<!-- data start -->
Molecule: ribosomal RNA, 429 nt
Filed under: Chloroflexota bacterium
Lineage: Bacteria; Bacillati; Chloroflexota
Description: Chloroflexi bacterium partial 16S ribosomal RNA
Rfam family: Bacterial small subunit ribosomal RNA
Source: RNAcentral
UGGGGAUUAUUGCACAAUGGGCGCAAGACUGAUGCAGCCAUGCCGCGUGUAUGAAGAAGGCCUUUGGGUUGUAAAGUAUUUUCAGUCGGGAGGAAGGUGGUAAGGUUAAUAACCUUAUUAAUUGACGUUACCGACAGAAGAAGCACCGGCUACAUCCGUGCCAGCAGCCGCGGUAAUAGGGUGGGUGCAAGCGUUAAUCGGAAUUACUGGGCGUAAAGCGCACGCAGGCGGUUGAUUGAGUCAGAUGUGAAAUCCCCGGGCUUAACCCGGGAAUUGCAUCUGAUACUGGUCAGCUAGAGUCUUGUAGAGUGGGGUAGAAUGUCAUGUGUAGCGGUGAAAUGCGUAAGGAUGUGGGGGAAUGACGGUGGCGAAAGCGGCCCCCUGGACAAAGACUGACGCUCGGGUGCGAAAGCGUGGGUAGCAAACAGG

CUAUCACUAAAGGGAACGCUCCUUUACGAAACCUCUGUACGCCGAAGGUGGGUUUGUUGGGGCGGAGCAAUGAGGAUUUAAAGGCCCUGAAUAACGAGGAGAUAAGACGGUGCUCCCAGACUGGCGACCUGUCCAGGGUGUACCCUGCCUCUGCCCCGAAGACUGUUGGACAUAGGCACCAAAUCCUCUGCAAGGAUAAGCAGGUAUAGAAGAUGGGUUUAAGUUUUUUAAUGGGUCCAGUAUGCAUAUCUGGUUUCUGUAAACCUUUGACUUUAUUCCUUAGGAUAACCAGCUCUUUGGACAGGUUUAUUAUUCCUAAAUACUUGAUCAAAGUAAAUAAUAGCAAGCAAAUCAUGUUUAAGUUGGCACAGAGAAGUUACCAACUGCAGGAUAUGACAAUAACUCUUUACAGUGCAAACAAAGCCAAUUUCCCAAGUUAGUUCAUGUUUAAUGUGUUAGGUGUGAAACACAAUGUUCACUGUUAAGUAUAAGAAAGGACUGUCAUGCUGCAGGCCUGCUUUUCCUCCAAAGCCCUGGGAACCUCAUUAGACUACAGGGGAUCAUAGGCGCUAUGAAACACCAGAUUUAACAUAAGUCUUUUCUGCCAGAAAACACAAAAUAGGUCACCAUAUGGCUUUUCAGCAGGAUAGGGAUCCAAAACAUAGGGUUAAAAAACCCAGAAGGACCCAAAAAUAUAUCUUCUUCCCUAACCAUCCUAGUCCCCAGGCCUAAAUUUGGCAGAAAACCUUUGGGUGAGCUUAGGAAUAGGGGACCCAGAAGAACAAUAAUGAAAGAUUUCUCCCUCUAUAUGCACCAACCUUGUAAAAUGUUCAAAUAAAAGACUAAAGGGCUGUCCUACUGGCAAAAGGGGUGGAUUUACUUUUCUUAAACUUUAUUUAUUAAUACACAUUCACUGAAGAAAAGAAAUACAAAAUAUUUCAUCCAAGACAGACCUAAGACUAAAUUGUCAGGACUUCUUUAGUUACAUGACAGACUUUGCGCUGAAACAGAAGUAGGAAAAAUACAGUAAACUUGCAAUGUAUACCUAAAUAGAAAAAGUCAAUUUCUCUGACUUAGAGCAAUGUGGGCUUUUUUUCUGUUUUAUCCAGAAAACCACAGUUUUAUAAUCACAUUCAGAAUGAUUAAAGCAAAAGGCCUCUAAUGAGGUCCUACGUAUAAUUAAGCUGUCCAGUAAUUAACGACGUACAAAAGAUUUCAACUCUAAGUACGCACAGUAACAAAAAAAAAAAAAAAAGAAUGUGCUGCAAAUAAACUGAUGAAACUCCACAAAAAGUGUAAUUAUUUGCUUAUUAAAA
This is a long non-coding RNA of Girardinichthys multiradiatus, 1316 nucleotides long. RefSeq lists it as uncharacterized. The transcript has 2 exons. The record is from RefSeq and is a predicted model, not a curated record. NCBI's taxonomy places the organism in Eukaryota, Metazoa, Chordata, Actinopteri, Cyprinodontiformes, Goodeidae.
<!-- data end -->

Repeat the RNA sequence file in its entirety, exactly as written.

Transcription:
Molecule: ribosomal RNA, 429 nt
Filed under: Chloroflexota bacterium
Lineage: Bacteria; Bacillati; Chloroflexota
Description: Chloroflexi bacterium partial 16S ribosomal RNA
Rfam family: Bacterial small subunit ribosomal RNA
Source: RNAcentral
UGGGGAUUAUUGCACAAUGGGCGCAAGACUGAUGCAGCCAUGCCGCGUGUAUGAAGAAGGCCUUUGGGUUGUAAAGUAUUUUCAGUCGGGAGGAAGGUGGUAAGGUUAAUAACCUUAUUAAUUGACGUUACCGACAGAAGAAGCACCGGCUACAUCCGUGCCAGCAGCCGCGGUAAUAGGGUGGGUGCAAGCGUUAAUCGGAAUUACUGGGCGUAAAGCGCACGCAGGCGGUUGAUUGAGUCAGAUGUGAAAUCCCCGGGCUUAACCCGGGAAUUGCAUCUGAUACUGGUCAGCUAGAGUCUUGUAGAGUGGGGUAGAAUGUCAUGUGUAGCGGUGAAAUGCGUAAGGAUGUGGGGGAAUGACGGUGGCGAAAGCGGCCCCCUGGACAAAGACUGACGCUCGGGUGCGAAAGCGUGGGUAGCAAACAGG

CUAUCACUAAAGGGAACGCUCCUUUACGAAACCUCUGUACGCCGAAGGUGGGUUUGUUGGGGCGGAGCAAUGAGGAUUUAAAGGCCCUGAAUAACGAGGAGAUAAGACGGUGCUCCCAGACUGGCGACCUGUCCAGGGUGUACCCUGCCUCUGCCCCGAAGACUGUUGGACAUAGGCACCAAAUCCUCUGCAAGGAUAAGCAGGUAUAGAAGAUGGGUUUAAGUUUUUUAAUGGGUCCAGUAUGCAUAUCUGGUUUCUGUAAACCUUUGACUUUAUUCCUUAGGAUAACCAGCUCUUUGGACAGGUUUAUUAUUCCUAAAUACUUGAUCAAAGUAAAUAAUAGCAAGCAAAUCAUGUUUAAGUUGGCACAGAGAAGUUACCAACUGCAGGAUAUGACAAUAACUCUUUACAGUGCAAACAAAGCCAAUUUCCCAAGUUAGUUCAUGUUUAAUGUGUUAGGUGUGAAACACAAUGUUCACUGUUAAGUAUAAGAAAGGACUGUCAUGCUGCAGGCCUGCUUUUCCUCCAAAGCCCUGGGAACCUCAUUAGACUACAGGGGAUCAUAGGCGCUAUGAAACACCAGAUUUAACAUAAGUCUUUUCUGCCAGAAAACACAAAAUAGGUCACCAUAUGGCUUUUCAGCAGGAUAGGGAUCCAAAACAUAGGGUUAAAAAACCCAGAAGGACCCAAAAAUAUAUCUUCUUCCCUAACCAUCCUAGUCCCCAGGCCUAAAUUUGGCAGAAAACCUUUGGGUGAGCUUAGGAAUAGGGGACCCAGAAGAACAAUAAUGAAAGAUUUCUCCCUCUAUAUGCACCAACCUUGUAAAAUGUUCAAAUAAAAGACUAAAGGGCUGUCCUACUGGCAAAAGGGGUGGAUUUACUUUUCUUAAACUUUAUUUAUUAAUACACAUUCACUGAAGAAAAGAAAUACAAAAUAUUUCAUCCAAGACAGACCUAAGACUAAAUUGUCAGGACUUCUUUAGUUACAUGACAGACUUUGCGCUGAAACAGAAGUAGGAAAAAUACAGUAAACUUGCAAUGUAUACCUAAAUAGAAAAAGUCAAUUUCUCUGACUUAGAGCAAUGUGGGCUUUUUUUCUGUUUUAUCCAGAAAACCACAGUUUUAUAAUCACAUUCAGAAUGAUUAAAGCAAAAGGCCUCUAAUGAGGUCCUACGUAUAAUUAAGCUGUCCAGUAAUUAACGACGUACAAAAGAUUUCAACUCUAAGUACGCACAGUAACAAAAAAAAAAAAAAAAGAAUGUGCUGCAAAUAAACUGAUGAAACUCCACAAAAAGUGUAAUUAUUUGCUUAUUAAAA
This is a long non-coding RNA of Girardinichthys multiradiatus, 1316 nucleotides long. RefSeq lists it as uncharacterized. The transcript has 2 exons. The record is from RefSeq and is a predicted model, not a curated record. NCBI's taxonomy places the organism in Eukaryota, Metazoa, Chordata, Actinopteri, Cyprinodontiformes, Goodeidae.